The reason I needed Nisa Homes.

The following is based on a true story. The author wanted it to be shared anonymously: 

I grew up in a home where black and blue bruises on my body was a norm. My father’s violent fists rained down on my mother and I every time he was in a bad mood, which was often. Most of my friends looked forward to being home on weekends, sleeping in and spending time with their families. Not me; I dreaded going home. The minute I entered it would feel like a battlefield. Home for me was never safe - it was toxic, it was painful, it was fear.

I was the shoulder my mother cried on. I was the one who calmed my father down after his episodes. It was overwhelming. I couldn't turn to anyone, I felt so alone. It was a family secret that I was ashamed of. My mom would hide in a room whenever he would beat me because she was too afraid to stand up against him.

I begged my mom to leave him, I kept asking her why she didn't or wouldn't. She told me she had nowhere to go, she reminded me we were in Canada, a country that was foreign to her, and that she could barely speak English. She told me that once you are married, you accepted your fate. She told me that the only places that we could turn to were filled with drugs and people with mental illnesses. She told me that no one would want to marry me if I came from a broken home. She told me that this was a test she was being put through from our Creator. She told me that every house has problems and that this is what life is. She told me a million reasons why, none of which mattered as his hands turned into fists as he shoved me against the wall yet again. None of them mattered as I heard her screams from their closed doors. All I knew is that we had no one to turn to and nowhere else to go. She told me to not trust anyone in this foreign country because they would just deport us back to where we came from. I told her it would be better than living with him, that I want to tell someone, that this is not right. She told me that if I ever called the cops on him, she would never forgive me, that I would be dead to her. She's the only one I had, I couldn't betray her.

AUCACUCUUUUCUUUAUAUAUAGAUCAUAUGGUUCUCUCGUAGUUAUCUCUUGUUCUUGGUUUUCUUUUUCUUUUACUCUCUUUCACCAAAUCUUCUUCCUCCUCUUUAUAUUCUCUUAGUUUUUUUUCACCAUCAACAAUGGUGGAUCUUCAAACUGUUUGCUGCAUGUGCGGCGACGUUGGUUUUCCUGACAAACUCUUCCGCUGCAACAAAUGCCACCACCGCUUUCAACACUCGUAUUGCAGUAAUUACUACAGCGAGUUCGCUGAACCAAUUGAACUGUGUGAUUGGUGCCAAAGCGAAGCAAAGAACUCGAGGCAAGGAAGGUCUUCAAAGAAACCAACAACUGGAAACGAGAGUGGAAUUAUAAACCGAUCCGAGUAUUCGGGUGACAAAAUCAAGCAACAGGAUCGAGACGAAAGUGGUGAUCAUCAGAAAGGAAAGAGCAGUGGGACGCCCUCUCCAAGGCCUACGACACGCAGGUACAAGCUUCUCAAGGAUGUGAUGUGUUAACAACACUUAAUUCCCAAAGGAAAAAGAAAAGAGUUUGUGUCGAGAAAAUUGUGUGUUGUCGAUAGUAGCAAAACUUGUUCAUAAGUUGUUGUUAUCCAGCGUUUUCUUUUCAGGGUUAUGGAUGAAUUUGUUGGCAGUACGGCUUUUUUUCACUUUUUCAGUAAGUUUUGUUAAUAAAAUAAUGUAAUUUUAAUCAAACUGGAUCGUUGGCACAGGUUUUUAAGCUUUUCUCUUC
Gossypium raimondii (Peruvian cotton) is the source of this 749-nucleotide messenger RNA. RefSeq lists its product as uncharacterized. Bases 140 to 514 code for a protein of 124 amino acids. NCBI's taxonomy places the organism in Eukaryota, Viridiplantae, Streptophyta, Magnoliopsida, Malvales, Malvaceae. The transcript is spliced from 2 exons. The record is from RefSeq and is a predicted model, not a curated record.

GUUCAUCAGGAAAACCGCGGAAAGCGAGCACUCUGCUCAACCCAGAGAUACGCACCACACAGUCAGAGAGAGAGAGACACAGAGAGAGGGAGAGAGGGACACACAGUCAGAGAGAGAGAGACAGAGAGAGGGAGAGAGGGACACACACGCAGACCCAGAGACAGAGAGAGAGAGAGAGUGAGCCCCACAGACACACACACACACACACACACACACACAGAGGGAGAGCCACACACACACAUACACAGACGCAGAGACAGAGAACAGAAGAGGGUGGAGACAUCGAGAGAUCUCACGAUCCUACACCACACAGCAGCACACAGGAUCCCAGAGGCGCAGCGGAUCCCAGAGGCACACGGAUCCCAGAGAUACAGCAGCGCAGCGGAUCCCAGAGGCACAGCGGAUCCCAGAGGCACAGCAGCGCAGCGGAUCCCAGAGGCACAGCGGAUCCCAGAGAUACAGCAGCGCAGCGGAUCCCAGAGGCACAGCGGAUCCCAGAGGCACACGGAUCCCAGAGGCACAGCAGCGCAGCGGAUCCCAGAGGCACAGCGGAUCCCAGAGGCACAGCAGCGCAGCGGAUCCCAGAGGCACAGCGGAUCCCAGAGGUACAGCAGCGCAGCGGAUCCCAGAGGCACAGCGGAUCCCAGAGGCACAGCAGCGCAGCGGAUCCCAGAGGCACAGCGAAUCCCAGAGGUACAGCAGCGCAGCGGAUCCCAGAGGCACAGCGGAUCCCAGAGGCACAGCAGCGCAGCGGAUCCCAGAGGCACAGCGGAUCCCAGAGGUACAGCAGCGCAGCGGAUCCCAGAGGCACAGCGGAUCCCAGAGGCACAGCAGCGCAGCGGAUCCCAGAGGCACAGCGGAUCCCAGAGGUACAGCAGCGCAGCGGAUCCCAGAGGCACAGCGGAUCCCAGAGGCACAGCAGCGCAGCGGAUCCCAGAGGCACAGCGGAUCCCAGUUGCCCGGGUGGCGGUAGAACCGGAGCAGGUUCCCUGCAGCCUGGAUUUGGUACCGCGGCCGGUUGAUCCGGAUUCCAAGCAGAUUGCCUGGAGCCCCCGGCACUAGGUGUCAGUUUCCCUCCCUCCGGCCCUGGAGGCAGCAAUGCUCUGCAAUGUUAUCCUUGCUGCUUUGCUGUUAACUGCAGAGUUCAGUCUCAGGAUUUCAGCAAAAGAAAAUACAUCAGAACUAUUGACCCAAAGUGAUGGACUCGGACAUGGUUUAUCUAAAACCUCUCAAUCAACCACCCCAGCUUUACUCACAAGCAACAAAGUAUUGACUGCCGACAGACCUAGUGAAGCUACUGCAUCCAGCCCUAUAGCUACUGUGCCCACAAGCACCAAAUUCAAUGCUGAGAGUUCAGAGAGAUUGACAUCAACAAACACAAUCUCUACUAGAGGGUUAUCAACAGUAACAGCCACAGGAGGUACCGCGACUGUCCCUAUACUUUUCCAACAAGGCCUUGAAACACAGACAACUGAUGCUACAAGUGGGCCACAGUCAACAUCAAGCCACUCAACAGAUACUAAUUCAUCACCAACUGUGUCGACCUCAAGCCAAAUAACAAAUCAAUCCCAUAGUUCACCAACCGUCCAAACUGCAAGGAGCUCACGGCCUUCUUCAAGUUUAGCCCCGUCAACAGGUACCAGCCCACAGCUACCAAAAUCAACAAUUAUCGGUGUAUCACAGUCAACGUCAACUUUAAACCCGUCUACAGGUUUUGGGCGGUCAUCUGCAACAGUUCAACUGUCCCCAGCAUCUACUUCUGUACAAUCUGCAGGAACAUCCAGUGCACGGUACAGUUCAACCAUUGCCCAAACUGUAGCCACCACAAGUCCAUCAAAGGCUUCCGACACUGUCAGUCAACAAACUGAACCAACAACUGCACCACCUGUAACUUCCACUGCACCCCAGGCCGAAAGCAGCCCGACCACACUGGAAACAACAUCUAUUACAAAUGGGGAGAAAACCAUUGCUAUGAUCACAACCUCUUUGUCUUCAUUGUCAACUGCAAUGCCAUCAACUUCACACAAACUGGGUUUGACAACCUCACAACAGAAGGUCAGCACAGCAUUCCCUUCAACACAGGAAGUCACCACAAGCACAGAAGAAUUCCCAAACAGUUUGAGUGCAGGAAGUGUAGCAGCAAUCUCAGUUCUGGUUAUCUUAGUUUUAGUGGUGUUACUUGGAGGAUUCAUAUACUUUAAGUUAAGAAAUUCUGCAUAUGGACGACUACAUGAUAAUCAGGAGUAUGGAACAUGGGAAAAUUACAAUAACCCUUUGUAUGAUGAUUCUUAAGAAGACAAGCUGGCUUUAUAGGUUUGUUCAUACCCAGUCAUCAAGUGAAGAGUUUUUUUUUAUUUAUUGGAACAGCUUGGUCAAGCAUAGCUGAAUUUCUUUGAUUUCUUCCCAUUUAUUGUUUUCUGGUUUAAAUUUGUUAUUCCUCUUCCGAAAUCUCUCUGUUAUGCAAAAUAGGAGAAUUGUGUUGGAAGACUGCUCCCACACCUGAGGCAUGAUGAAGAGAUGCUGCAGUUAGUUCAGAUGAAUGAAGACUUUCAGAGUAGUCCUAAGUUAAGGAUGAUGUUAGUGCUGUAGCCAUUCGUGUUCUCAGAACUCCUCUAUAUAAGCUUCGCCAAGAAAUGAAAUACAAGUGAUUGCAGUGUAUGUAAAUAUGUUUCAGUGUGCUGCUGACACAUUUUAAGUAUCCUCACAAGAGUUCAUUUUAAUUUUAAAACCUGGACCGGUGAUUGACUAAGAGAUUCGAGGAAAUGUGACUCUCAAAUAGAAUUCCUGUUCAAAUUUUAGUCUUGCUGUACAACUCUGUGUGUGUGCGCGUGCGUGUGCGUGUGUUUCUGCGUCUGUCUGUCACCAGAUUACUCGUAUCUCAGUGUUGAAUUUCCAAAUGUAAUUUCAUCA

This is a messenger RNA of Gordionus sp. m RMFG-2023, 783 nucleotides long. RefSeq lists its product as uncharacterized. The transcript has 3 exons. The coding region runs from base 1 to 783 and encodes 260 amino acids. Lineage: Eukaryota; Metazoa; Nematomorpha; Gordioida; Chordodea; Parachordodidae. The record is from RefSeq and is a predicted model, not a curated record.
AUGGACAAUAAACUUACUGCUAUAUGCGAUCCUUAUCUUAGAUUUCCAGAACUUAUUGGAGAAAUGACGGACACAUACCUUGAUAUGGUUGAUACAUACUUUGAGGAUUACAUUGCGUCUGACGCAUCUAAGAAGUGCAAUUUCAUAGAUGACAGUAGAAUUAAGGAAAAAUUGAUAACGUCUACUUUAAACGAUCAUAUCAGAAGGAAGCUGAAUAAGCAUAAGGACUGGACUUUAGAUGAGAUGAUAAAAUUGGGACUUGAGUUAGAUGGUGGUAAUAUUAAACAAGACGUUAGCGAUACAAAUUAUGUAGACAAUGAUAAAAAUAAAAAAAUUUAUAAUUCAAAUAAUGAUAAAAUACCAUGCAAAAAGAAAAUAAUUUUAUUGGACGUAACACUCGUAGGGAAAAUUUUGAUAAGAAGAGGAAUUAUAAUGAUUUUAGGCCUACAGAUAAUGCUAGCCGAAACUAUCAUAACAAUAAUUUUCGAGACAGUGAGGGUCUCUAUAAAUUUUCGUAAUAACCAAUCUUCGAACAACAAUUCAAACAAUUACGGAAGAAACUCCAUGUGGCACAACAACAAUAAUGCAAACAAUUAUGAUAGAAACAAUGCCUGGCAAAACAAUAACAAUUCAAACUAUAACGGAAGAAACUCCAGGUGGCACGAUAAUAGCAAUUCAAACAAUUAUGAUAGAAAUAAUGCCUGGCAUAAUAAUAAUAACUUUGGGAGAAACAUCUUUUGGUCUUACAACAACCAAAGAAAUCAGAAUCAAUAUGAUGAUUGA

I would dream of a safe and hidden place where my mother and I could escape to. A place where we could start over and piece our shattered lives back together without my father's presence. A place that would be safe for minority women like us. Unfortunately, nothing like that existed back then. So my mother stayed with him, and as a consequence, I stayed. Some days she insisted he treated her better than she deserved and that she loved him and other days she insisted that he needed her. All I knew as a child was that home is the place I hated the most and that there was nothing we could do to stop my father. That he was all we had if we wanted to keep a roof over our heads, and food on our plates. So we suffered, and we stayed. Even though we survived and our bodies healed, we carry the mental and physical scars with us. The nightmares didn't stop, the mistrust of society didn't stop, the depression consumes us, making just breathing painful; the helplessness, the pain, the dependency continues.

You can support Nisa Homes at